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Low vs Sow - What's the difference?

low | sow |

In lang=en terms the difference between low and sow

is that low is to moo while sow is to scatter, disperse, or plant (seeds).

As nouns the difference between low and sow

is that low is something that is low; a low point or low can be (countable|uk|scotland|dialect) a flame; fire; blaze or low can be , mound, tumulus while sow is a female pig.

As verbs the difference between low and sow

is that low is (obsolete|transitive) to depress; to lower or low can be or low can be to moo or low can be (uk|scotland|dialect) to burn; to blaze while sow is to scatter, disperse, or plant (seeds).

As an adjective low

is in a position comparatively close to the ground.

As an adverb low

is close to the ground.



Etymology 1

From (etyl) lowe, lohe, . More at lie.


  • In a position comparatively close to the ground.
  • Small in height.
  • Situated below the normal level, or the mean elevation.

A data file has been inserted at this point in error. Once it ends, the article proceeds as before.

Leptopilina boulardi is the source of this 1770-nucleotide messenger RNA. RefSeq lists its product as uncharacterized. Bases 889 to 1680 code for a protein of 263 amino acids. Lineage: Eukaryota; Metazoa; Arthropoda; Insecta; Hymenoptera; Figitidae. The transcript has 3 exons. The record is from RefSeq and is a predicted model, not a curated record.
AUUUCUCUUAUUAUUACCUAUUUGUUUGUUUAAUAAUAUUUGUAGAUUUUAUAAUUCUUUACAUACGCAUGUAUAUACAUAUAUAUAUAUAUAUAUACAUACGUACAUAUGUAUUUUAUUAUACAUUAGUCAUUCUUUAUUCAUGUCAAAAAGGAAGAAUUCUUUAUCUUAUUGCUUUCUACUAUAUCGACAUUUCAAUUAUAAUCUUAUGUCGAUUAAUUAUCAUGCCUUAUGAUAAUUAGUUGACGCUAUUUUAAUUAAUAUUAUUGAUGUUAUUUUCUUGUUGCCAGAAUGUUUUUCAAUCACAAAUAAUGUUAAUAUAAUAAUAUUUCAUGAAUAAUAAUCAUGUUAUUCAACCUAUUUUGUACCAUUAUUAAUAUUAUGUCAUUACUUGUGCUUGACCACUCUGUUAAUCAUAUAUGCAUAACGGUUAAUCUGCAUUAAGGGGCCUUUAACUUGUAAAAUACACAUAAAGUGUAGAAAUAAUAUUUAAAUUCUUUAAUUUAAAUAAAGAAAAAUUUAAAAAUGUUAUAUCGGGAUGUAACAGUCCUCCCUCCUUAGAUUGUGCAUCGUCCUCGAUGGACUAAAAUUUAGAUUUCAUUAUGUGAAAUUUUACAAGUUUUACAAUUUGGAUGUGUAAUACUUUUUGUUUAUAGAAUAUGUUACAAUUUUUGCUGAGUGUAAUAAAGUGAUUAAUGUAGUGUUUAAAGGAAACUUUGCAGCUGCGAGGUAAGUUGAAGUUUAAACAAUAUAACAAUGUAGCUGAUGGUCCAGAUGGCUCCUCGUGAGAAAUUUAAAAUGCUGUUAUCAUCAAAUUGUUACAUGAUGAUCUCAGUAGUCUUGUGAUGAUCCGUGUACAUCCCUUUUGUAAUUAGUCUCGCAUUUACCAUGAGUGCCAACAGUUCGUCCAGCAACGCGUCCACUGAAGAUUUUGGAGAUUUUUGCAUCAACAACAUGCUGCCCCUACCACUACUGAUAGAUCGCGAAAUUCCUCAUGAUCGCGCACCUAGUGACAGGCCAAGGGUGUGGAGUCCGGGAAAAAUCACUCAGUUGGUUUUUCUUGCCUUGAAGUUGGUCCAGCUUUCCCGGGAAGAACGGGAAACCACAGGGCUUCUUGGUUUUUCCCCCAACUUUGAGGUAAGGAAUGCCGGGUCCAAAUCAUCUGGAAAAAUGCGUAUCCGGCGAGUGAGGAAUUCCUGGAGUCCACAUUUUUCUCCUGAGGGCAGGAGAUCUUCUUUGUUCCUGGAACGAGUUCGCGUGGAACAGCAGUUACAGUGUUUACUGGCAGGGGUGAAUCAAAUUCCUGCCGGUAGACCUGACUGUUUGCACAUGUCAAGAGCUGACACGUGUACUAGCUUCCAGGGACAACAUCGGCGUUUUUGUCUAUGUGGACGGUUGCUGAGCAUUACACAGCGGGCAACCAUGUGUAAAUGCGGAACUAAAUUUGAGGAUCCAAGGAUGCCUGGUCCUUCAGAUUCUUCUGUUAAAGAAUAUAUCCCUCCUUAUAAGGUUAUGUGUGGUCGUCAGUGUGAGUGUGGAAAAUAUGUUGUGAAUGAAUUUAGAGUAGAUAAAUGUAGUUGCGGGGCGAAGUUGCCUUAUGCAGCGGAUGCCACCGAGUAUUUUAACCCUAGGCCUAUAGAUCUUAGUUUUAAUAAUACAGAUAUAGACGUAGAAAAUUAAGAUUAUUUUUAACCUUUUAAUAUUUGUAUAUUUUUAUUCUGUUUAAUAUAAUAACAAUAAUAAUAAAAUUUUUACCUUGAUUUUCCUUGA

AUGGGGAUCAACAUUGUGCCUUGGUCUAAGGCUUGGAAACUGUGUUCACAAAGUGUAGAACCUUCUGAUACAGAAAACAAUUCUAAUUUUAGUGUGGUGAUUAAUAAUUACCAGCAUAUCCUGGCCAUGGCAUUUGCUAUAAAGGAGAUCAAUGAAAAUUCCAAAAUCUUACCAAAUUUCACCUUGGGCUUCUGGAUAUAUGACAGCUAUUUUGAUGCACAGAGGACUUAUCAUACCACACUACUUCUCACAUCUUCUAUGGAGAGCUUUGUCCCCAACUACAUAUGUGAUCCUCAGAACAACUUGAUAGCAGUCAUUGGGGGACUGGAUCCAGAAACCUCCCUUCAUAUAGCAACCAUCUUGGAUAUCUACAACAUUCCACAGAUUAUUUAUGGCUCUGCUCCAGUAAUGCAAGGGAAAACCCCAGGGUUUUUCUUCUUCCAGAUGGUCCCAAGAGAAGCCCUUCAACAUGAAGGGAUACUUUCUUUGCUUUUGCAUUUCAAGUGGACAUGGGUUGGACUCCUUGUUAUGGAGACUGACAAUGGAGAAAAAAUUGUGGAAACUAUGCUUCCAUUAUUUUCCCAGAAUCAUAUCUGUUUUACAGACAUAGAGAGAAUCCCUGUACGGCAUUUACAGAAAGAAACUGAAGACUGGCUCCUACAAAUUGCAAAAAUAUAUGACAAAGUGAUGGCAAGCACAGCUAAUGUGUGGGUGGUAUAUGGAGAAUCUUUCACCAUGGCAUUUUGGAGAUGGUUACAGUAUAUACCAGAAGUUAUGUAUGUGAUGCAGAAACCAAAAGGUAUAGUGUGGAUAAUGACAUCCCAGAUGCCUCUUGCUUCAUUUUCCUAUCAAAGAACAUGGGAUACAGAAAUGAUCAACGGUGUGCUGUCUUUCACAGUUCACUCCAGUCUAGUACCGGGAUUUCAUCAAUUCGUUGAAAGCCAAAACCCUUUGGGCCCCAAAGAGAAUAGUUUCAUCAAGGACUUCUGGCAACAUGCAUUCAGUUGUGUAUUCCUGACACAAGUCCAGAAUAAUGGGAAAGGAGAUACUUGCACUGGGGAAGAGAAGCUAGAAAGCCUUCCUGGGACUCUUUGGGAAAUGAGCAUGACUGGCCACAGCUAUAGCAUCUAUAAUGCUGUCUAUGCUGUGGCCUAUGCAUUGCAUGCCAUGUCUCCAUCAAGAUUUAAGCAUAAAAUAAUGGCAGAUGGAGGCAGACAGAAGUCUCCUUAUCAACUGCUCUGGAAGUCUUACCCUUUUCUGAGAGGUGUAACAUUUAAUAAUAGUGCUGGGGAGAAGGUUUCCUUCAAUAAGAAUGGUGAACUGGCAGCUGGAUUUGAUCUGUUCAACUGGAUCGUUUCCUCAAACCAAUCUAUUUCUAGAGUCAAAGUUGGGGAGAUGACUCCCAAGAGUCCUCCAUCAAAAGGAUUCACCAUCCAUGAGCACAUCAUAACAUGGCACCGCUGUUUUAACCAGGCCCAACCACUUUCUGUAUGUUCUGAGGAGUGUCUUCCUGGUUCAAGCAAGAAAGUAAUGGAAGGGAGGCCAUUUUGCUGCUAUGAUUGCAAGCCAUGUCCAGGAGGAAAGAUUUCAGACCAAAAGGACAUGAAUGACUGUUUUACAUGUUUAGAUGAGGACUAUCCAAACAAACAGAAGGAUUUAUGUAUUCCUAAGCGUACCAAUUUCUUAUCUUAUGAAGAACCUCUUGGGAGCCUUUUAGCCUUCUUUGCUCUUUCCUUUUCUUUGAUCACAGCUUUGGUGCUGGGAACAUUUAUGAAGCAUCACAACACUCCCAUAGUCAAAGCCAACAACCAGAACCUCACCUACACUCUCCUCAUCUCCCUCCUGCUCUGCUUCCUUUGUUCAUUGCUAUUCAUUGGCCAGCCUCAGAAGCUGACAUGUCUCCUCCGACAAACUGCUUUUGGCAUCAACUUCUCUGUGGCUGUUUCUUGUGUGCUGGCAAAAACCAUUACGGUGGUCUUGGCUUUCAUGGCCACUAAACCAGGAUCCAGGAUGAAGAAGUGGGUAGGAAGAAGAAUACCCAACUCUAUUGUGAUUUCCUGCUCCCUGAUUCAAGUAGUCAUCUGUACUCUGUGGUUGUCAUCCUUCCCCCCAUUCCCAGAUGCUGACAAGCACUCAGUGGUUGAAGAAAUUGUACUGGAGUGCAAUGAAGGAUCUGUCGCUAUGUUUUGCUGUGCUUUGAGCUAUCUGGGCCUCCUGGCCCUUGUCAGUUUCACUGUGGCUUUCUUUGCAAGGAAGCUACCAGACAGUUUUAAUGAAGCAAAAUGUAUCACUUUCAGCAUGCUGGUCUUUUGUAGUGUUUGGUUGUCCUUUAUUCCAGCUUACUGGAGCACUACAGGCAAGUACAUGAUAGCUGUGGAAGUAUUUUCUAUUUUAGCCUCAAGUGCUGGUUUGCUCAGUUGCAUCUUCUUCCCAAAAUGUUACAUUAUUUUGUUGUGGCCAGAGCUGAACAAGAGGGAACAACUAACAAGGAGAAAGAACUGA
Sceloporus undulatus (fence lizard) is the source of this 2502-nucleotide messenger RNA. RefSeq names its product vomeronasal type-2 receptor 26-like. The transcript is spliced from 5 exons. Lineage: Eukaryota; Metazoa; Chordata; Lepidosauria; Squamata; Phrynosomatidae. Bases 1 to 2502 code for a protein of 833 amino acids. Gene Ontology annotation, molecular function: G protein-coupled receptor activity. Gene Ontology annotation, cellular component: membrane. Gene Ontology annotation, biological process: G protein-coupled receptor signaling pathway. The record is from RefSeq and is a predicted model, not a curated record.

• Depressed, sad.
  • low spirits
    I felt low at Christmas with no family to celebrate with.
  • Not high in amount or quantity.
  • Food prices are lower in a supermarket than in a luxury department store.
  • * {{quote-magazine, date=2013-06-22, volume=407, issue=8841, page=68, magazine=(The Economist)
  • , title= T time , passage=The ability to shift profits to low -tax countries by locating intellectual property in them, which is then licensed to related businesses in high-tax countries, is often assumed to be the preserve of high-tech companies. […] current tax rules make it easy for all sorts of firms to generate […] “stateless income”: profit subject to tax in a jurisdiction that is neither the location of the factors of production that generate the income nor where the parent firm is domiciled.}}
  • Of a pitch, suggesting a lower frequency.
  • Quiet; soft; not loud.